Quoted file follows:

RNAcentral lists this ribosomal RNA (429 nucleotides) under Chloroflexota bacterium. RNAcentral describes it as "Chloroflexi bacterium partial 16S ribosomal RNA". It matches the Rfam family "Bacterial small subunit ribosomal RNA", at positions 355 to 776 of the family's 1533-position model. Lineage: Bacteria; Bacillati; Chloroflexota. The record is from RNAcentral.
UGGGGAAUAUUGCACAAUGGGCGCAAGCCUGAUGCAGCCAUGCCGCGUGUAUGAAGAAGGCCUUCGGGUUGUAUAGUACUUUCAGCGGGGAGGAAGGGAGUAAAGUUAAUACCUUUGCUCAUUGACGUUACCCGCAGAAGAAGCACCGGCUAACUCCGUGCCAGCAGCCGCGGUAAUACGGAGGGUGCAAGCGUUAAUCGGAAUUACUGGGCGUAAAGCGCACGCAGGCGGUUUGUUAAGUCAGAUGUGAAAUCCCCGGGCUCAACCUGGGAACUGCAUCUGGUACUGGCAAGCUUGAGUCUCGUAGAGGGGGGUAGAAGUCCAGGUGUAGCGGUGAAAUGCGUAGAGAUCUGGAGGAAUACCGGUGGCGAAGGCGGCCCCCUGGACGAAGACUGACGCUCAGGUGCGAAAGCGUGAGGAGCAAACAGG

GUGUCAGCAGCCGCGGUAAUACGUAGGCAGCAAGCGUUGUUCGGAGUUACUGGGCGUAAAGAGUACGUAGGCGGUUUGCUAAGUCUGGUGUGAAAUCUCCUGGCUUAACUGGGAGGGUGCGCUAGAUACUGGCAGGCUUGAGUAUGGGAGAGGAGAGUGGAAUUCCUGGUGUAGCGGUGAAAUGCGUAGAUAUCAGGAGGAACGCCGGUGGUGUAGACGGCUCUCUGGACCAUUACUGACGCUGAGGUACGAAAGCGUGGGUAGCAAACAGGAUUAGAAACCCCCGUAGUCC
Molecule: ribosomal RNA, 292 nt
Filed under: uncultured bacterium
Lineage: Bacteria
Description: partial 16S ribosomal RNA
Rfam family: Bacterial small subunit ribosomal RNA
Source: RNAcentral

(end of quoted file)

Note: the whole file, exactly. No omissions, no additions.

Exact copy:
RNAcentral lists this ribosomal RNA (429 nucleotides) under Chloroflexota bacterium. RNAcentral describes it as "Chloroflexi bacterium partial 16S ribosomal RNA". It matches the Rfam family "Bacterial small subunit ribosomal RNA", at positions 355 to 776 of the family's 1533-position model. Lineage: Bacteria; Bacillati; Chloroflexota. The record is from RNAcentral.
UGGGGAAUAUUGCACAAUGGGCGCAAGCCUGAUGCAGCCAUGCCGCGUGUAUGAAGAAGGCCUUCGGGUUGUAUAGUACUUUCAGCGGGGAGGAAGGGAGUAAAGUUAAUACCUUUGCUCAUUGACGUUACCCGCAGAAGAAGCACCGGCUAACUCCGUGCCAGCAGCCGCGGUAAUACGGAGGGUGCAAGCGUUAAUCGGAAUUACUGGGCGUAAAGCGCACGCAGGCGGUUUGUUAAGUCAGAUGUGAAAUCCCCGGGCUCAACCUGGGAACUGCAUCUGGUACUGGCAAGCUUGAGUCUCGUAGAGGGGGGUAGAAGUCCAGGUGUAGCGGUGAAAUGCGUAGAGAUCUGGAGGAAUACCGGUGGCGAAGGCGGCCCCCUGGACGAAGACUGACGCUCAGGUGCGAAAGCGUGAGGAGCAAACAGG

GUGUCAGCAGCCGCGGUAAUACGUAGGCAGCAAGCGUUGUUCGGAGUUACUGGGCGUAAAGAGUACGUAGGCGGUUUGCUAAGUCUGGUGUGAAAUCUCCUGGCUUAACUGGGAGGGUGCGCUAGAUACUGGCAGGCUUGAGUAUGGGAGAGGAGAGUGGAAUUCCUGGUGUAGCGGUGAAAUGCGUAGAUAUCAGGAGGAACGCCGGUGGUGUAGACGGCUCUCUGGACCAUUACUGACGCUGAGGUACGAAAGCGUGGGUAGCAAACAGGAUUAGAAACCCCCGUAGUCC
Molecule: ribosomal RNA, 292 nt
Filed under: uncultured bacterium
Lineage: Bacteria
Description: partial 16S ribosomal RNA
Rfam family: Bacterial small subunit ribosomal RNA
Source: RNAcentral